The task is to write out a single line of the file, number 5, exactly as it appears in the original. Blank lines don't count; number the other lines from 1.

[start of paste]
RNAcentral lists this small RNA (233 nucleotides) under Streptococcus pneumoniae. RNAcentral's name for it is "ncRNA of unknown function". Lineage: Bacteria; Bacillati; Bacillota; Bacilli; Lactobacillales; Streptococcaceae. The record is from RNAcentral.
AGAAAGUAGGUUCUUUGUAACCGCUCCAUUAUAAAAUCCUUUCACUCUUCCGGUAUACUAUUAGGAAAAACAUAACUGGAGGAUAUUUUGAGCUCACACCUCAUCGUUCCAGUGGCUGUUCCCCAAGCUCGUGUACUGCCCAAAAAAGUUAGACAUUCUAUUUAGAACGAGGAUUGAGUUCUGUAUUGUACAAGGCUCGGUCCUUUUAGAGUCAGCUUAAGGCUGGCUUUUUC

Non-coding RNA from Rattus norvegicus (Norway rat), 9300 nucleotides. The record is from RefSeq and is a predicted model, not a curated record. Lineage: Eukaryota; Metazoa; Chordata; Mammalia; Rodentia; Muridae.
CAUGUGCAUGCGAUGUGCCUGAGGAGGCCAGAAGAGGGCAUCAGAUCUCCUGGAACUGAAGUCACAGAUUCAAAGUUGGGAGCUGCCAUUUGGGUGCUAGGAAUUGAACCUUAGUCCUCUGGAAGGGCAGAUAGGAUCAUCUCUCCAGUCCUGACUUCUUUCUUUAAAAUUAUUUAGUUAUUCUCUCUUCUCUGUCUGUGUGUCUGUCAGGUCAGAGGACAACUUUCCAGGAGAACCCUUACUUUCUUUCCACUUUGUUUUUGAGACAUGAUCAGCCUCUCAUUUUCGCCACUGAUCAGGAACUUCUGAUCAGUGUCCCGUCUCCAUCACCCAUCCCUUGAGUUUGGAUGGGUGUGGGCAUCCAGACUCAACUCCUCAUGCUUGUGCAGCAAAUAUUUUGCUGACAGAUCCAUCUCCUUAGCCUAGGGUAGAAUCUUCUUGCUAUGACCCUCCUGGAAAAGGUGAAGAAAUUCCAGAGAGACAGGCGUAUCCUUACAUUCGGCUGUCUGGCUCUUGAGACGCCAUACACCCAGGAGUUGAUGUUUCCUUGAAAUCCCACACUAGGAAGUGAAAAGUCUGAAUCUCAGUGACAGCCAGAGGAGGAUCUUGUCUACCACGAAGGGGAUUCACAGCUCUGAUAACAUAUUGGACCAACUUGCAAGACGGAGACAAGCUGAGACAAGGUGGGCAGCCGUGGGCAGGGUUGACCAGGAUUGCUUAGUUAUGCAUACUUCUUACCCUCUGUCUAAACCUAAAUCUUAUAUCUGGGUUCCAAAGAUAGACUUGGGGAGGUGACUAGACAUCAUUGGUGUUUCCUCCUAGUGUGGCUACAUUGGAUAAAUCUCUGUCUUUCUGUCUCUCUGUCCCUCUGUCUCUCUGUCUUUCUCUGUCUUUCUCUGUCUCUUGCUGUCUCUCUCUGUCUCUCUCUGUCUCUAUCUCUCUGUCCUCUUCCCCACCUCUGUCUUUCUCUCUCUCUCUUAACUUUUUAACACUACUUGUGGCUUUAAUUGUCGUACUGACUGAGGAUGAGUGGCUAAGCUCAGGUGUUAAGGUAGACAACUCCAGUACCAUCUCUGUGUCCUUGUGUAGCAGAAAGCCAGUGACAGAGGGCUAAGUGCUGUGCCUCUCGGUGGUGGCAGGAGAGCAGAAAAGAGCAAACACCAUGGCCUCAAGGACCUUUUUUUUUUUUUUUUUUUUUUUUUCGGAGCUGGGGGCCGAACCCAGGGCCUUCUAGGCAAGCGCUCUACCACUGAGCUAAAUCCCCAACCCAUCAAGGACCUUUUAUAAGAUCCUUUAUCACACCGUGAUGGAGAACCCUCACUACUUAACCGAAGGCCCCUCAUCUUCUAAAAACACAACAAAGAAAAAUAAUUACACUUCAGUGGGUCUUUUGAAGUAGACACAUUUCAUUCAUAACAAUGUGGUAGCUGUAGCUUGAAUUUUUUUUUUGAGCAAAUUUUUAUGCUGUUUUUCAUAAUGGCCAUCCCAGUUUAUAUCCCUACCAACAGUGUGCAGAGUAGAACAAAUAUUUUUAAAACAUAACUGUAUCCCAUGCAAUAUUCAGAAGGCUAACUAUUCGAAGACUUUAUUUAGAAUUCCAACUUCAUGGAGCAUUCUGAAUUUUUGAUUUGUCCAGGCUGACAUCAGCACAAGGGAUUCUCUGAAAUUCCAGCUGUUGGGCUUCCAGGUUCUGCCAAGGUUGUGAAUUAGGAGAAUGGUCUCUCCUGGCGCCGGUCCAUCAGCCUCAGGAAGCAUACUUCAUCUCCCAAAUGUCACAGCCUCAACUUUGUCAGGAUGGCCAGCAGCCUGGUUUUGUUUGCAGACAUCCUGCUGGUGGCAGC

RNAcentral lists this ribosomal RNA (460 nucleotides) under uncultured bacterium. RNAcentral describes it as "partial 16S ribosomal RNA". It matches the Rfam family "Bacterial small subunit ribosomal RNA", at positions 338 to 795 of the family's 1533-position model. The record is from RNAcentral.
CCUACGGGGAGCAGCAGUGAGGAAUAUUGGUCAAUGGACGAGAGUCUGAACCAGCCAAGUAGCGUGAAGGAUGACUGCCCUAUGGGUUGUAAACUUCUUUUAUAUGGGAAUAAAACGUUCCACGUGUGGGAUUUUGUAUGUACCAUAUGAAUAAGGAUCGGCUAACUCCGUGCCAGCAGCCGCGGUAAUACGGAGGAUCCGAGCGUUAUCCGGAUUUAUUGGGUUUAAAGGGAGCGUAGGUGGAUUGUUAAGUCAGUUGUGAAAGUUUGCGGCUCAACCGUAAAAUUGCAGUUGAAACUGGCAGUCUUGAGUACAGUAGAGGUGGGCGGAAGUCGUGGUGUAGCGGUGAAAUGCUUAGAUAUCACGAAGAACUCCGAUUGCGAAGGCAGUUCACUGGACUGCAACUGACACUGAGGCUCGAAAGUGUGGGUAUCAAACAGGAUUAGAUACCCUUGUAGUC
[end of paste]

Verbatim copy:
RNAcentral lists this ribosomal RNA (460 nucleotides) under uncultured bacterium. RNAcentral describes it as "partial 16S ribosomal RNA". It matches the Rfam family "Bacterial small subunit ribosomal RNA", at positions 338 to 795 of the family's 1533-position model. The record is from RNAcentral.